No services are planned for Carter, according to a death notice published by Drennan & Ford Funeral Home and Crematory in the Peninsula Daily News. A full obituary will be published soon, the funeral home says on its website at www.drennanford.com.

An Iowa boy, Carter was 18 years old when he joined the U.S. Navy. After boot camp, Carter and three buddies from Company 19 were assigned to the battleship USS Oklahoma, which was stationed in Bremerton.

The USS Oklahoma, commissioned in 1916, was a ship Carter called a “technological marvel.”

His first assignment on the USS Oklahoma was swabbing the deck and scraping barnacles while it was dry-docked in Bremerton.

“That was not what I called learning a trade, that or scrubbing the deck,” he said.

“I was making $15 a week at 10 hours a day, six days a week bagging groceries,” Carter said. “When I joined in 1938, I made $21 a month for 24/7-service.”

Eventually Carter was promoted to senior damage control man in the rear portion of the ship.

Following his service on the Oklahoma, he served for three months on the USS Pelias, a submarine support craft, before being offered flight training.

Carter was commissioned as a naval aviator and served on active duty for seven years, mostly in Europe. He flew a B-24 that carried special weapons such as depth charges and torpedoes.

Following his duty, he stayed in the naval reserves for 13 years.

Carter said he was most proud of receiving his flight wings and being commissioned as an officer.

He met his wife Barbara while attending flight training in Chico. They married in 1944. The couple had three children. After living in a handful of states, Carter retired with his own insurance agency and moved with Barbara (now deceased) in 1986.

For several years, Carter would visit Naval Base Kitsap at Keyport in Kitsap County for memorial services each Dec. 7. In December 2016, he missed the ceremony in Kitsap County because he attended the 75th anniversary of the Pearl Harbor ceremonies in Hawaii. (He had attended the 50th and 70th anniversary events in Hawaii as well.)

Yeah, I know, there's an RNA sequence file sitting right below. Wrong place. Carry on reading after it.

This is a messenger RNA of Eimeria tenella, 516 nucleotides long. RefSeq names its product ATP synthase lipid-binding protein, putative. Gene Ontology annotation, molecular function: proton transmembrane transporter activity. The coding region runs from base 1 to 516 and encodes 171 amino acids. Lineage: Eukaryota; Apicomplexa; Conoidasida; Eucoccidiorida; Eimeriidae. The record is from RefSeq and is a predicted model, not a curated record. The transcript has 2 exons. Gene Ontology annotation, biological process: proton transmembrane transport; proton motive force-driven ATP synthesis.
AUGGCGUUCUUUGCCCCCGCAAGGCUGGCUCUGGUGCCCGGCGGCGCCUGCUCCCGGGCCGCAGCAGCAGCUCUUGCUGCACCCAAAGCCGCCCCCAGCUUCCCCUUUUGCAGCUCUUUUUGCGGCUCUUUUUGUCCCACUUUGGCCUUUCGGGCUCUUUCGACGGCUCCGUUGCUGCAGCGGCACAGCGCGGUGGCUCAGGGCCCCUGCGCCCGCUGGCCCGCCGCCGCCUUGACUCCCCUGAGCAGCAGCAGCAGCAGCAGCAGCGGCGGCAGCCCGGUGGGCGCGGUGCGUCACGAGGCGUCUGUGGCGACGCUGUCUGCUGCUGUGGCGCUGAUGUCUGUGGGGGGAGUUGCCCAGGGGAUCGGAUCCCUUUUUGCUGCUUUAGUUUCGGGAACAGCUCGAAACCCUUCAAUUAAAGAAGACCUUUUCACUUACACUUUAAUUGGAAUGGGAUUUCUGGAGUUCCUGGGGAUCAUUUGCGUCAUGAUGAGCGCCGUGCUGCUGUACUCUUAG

“I was treated like a king,” said Carter, in an interview shortly after the ceremonies. “Everywhere I went I was saluted, patted on the shoulder and kissed. I must have got a thousand kisses.” And, he admitted, “I like kisses.”

The Honolulu Star-Advisor newspaper interviewed Carter and put his photograph and story on the front page of one of its dozens of editions throughout the week.

The following month, U.S. Navy representatives visited Carter and fellow survivor/Sequim resident Bob Rains, bringing them framed American flags that were flown over the USS Arizona Memorial.

Carter also took part in regular meetings of a Pearl Harbor Survivors Group on the Olympic Peninsula until numbers dwindled to single digits.

“At the time of the Pearl Harbor attack, there were 84,000 survivors [while] two years ago, there were 2,500,” Carter noted in 2017.

“Age,” he said, “is like a roll of toilet paper. The closer it gets to the end, the faster it goes.”

________

Michael Dashiell is the editor of the Sequim Gazette of the Olympic Peninsula News Group, which also is composed of other Sound Publishing newspapers Peninsula Daily News and Forks Forum. Reach him at editor@sequimgazette.com.

Mathew Nash of the Sequim Gazette and Mary Powell, former Gazette editor, contributed to this story.